William Smith can trace woodworking back four generations in his family. One of his favorite pieces is a rolling pin made by his great, great, great grandfather. He distinctly remembers both his Granddaddy and Daddy working wood, mostly out of necessity, but also for pleasure. In fact, his father had built most of the furniture in their house. William’s father built him his own little 8 x 10 foot woodworking shop when he was about 6 years old in order to pass on the joy and utility of knowing this skill.
William grew up (and still lives) in the town of Hurley in Buchanan County. The town’s general store was also the central drop off spot for the school bus. Back at that time, many things came packed in wooden boxes. Of an evening the store would dump empty boxes in a pile to be burned. William remembers running off the school bus and collecting all the boxes that were made of wood. From this scavenged wood, he would make “what not” shelves and could be found as a child going house to house selling his wares. Everything was a dollar and he always sold out! As William grew older, he would buy wood from the local sawmills or, if an old house was torn down, he would save the material to be reused.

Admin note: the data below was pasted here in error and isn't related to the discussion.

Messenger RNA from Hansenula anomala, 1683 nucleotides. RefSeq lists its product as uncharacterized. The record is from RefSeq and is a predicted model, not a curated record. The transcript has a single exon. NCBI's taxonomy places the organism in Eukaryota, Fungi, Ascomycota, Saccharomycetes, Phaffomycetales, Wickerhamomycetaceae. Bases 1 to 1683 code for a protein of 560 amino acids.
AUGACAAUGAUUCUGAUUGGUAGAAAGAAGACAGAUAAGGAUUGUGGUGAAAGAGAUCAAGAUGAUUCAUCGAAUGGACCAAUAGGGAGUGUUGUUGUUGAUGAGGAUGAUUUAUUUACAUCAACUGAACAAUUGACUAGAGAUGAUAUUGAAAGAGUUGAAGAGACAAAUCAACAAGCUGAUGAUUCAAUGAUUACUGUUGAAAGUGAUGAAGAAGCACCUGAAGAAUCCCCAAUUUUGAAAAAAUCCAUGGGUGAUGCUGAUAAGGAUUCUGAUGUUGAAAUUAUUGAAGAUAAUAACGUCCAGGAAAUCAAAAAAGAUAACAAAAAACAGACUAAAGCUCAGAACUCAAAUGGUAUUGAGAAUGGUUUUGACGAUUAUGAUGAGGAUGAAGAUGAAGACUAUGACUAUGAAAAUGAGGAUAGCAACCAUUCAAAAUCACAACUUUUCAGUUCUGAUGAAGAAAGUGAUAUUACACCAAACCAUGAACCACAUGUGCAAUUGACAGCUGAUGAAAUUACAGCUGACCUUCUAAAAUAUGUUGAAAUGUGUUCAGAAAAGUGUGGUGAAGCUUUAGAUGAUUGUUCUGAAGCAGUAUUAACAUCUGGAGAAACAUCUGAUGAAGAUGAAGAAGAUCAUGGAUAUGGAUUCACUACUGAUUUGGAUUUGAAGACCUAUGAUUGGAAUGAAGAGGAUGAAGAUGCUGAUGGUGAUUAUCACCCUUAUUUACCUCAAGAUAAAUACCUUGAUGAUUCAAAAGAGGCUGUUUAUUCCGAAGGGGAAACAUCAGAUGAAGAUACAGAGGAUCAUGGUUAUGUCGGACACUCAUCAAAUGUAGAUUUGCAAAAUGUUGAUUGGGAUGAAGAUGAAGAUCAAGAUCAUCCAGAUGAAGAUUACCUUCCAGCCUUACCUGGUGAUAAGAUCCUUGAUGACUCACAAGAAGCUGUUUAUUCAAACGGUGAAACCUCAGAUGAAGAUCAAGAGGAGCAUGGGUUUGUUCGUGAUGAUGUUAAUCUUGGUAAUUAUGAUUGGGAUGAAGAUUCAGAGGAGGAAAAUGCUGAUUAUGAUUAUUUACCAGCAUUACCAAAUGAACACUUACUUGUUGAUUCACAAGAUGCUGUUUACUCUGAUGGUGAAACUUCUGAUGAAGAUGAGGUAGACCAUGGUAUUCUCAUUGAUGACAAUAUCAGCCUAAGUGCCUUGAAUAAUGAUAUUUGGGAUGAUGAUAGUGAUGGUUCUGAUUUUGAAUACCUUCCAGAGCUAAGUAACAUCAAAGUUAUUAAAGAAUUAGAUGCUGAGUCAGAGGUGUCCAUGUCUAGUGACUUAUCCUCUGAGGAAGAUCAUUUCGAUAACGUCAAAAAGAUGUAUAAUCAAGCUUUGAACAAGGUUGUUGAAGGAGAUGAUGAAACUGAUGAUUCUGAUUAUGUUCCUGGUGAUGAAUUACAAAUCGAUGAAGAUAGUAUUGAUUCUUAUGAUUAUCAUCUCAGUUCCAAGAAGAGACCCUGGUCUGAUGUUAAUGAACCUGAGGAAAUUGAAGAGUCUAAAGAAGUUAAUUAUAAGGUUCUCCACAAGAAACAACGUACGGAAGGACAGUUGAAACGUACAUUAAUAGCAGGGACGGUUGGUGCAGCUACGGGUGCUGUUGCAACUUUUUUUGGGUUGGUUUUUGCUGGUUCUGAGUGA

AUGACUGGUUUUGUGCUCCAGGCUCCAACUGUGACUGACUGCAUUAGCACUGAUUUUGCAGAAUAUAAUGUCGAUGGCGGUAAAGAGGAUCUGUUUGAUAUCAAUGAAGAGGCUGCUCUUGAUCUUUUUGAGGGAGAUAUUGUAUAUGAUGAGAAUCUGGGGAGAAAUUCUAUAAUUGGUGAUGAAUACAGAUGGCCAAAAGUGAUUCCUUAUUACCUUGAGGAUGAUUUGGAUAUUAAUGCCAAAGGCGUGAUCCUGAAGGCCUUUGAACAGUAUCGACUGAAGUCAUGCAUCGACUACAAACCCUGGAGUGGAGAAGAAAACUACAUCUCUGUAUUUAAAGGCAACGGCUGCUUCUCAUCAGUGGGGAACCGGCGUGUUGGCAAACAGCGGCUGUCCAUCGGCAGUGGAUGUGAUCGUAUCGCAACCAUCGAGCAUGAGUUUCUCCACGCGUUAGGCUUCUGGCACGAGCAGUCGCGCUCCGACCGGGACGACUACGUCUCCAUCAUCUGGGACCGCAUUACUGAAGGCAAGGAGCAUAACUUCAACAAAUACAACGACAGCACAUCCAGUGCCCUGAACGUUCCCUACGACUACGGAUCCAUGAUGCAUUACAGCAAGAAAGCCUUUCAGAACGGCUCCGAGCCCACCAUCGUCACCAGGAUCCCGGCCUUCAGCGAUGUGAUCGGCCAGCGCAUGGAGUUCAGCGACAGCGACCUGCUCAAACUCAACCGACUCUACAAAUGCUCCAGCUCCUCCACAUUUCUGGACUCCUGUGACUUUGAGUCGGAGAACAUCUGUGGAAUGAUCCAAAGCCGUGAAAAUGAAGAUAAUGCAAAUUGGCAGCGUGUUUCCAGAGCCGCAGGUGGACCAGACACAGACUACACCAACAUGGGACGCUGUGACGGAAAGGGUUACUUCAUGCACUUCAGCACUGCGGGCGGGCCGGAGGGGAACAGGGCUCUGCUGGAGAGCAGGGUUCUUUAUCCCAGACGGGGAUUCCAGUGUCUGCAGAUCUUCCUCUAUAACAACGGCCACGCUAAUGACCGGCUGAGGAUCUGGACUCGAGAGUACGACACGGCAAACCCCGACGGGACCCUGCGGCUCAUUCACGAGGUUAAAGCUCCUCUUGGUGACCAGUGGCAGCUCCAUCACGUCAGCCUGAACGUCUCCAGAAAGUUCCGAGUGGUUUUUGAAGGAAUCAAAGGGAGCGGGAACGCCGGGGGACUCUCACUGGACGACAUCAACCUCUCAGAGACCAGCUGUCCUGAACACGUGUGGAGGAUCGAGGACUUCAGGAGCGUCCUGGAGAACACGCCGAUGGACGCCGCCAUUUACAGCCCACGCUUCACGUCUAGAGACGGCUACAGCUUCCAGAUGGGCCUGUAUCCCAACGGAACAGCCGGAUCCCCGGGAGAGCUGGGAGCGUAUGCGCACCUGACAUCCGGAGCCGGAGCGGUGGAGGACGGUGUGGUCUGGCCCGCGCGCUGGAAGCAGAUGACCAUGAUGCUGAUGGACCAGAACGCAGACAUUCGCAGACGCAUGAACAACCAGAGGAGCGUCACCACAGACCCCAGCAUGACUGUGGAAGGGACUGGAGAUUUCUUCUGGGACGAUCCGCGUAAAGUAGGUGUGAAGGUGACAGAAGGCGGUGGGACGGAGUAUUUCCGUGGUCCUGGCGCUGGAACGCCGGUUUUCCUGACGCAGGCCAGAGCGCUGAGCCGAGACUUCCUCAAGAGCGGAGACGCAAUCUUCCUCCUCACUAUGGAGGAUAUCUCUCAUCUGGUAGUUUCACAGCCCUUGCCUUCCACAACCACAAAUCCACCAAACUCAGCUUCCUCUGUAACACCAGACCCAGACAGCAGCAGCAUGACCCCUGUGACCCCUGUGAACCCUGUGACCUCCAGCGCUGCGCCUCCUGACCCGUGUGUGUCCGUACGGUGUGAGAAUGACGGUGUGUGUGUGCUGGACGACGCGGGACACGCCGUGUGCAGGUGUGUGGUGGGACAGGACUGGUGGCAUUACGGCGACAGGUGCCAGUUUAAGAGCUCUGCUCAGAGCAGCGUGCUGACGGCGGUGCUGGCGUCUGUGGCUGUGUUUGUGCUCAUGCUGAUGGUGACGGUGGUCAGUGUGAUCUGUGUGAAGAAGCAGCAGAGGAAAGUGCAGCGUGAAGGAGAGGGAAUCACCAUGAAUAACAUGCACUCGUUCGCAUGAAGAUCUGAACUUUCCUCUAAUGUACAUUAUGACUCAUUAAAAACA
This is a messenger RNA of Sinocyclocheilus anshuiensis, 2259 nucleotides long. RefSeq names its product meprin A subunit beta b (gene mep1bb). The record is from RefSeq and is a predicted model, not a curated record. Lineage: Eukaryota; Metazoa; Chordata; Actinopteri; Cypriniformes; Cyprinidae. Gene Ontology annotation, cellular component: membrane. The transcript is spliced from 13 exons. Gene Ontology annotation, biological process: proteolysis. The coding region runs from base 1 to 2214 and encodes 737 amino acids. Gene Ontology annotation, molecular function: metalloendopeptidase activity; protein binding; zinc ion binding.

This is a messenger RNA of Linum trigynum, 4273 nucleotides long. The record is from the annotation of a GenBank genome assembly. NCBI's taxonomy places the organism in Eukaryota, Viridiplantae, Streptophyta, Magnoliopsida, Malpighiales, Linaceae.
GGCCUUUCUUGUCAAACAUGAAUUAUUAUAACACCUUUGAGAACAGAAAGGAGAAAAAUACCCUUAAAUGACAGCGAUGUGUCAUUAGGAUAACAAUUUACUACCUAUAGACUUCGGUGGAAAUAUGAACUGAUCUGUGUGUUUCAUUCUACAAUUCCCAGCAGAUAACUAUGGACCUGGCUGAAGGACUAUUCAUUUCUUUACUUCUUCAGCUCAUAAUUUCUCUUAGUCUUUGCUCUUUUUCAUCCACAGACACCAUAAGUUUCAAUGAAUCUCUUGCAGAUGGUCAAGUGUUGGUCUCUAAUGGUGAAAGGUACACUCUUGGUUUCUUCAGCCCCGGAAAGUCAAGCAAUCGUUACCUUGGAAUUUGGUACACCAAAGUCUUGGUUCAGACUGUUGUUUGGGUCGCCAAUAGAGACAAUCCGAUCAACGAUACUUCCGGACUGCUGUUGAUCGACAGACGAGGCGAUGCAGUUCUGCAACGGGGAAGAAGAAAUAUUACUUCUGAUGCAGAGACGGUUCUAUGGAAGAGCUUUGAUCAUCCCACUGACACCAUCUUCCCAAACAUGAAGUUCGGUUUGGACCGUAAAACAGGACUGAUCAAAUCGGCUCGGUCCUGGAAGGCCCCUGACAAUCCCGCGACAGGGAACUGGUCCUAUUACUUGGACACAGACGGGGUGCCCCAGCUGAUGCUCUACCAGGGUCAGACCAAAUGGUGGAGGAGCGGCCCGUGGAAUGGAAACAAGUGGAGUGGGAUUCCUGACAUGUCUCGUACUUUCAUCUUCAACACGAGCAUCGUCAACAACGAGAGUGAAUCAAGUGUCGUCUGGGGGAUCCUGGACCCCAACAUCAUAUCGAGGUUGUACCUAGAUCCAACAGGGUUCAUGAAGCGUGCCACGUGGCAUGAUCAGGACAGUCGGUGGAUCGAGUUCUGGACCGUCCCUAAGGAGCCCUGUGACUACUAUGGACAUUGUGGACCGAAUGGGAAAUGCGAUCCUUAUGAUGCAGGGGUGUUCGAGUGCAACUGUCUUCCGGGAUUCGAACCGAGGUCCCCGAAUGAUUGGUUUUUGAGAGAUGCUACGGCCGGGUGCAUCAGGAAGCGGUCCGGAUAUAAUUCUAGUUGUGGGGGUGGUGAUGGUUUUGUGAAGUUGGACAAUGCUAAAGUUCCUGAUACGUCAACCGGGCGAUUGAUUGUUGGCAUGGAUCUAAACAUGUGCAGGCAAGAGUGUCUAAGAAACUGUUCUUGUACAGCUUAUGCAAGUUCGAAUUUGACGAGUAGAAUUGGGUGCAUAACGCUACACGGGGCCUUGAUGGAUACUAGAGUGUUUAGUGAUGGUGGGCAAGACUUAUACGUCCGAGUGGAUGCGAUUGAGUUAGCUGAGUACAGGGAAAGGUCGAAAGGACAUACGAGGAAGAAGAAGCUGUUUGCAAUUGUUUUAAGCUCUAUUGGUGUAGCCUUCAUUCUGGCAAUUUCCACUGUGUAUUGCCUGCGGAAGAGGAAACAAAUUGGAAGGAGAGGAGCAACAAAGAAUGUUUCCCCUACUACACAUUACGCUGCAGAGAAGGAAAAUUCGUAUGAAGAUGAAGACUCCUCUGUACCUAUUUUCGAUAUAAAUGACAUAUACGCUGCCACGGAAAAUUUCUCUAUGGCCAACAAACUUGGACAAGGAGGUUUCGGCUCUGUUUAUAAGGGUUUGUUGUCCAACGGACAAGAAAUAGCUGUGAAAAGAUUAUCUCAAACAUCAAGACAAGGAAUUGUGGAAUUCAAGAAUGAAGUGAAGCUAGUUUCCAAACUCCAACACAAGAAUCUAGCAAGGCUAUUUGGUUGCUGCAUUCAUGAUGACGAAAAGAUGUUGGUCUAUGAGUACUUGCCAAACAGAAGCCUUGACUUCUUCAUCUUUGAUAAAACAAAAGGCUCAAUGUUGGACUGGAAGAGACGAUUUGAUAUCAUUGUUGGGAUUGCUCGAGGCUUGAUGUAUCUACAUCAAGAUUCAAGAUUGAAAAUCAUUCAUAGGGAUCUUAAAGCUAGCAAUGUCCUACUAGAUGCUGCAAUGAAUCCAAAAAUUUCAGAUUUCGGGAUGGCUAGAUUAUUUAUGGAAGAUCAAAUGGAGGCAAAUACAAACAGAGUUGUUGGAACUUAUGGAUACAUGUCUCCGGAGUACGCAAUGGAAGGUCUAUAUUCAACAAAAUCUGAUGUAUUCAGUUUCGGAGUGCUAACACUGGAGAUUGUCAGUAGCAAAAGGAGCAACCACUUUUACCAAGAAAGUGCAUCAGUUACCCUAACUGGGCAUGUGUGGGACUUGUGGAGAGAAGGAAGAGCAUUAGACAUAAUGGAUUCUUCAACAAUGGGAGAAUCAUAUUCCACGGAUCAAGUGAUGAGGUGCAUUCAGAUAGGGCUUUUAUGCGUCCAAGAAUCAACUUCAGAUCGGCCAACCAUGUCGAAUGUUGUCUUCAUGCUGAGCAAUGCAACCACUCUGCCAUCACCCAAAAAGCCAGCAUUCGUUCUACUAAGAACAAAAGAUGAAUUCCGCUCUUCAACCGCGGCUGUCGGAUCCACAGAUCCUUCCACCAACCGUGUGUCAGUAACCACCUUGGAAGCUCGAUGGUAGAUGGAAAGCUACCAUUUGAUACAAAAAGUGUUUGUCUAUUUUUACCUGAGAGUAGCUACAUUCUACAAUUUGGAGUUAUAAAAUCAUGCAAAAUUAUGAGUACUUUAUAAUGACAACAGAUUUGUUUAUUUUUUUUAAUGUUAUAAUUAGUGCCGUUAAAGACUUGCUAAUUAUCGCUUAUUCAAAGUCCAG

“Woodworking has been my hobby for 72 years and it remains a pure pleasure. With eyes and mind and hands working in unison and with focus, I am able to immerse myself in another world, without care or worry. Sitting in the workshop and thinking of what to make–and then being able to make it–is extremely rewarding; it is therapy for the mind and soul.”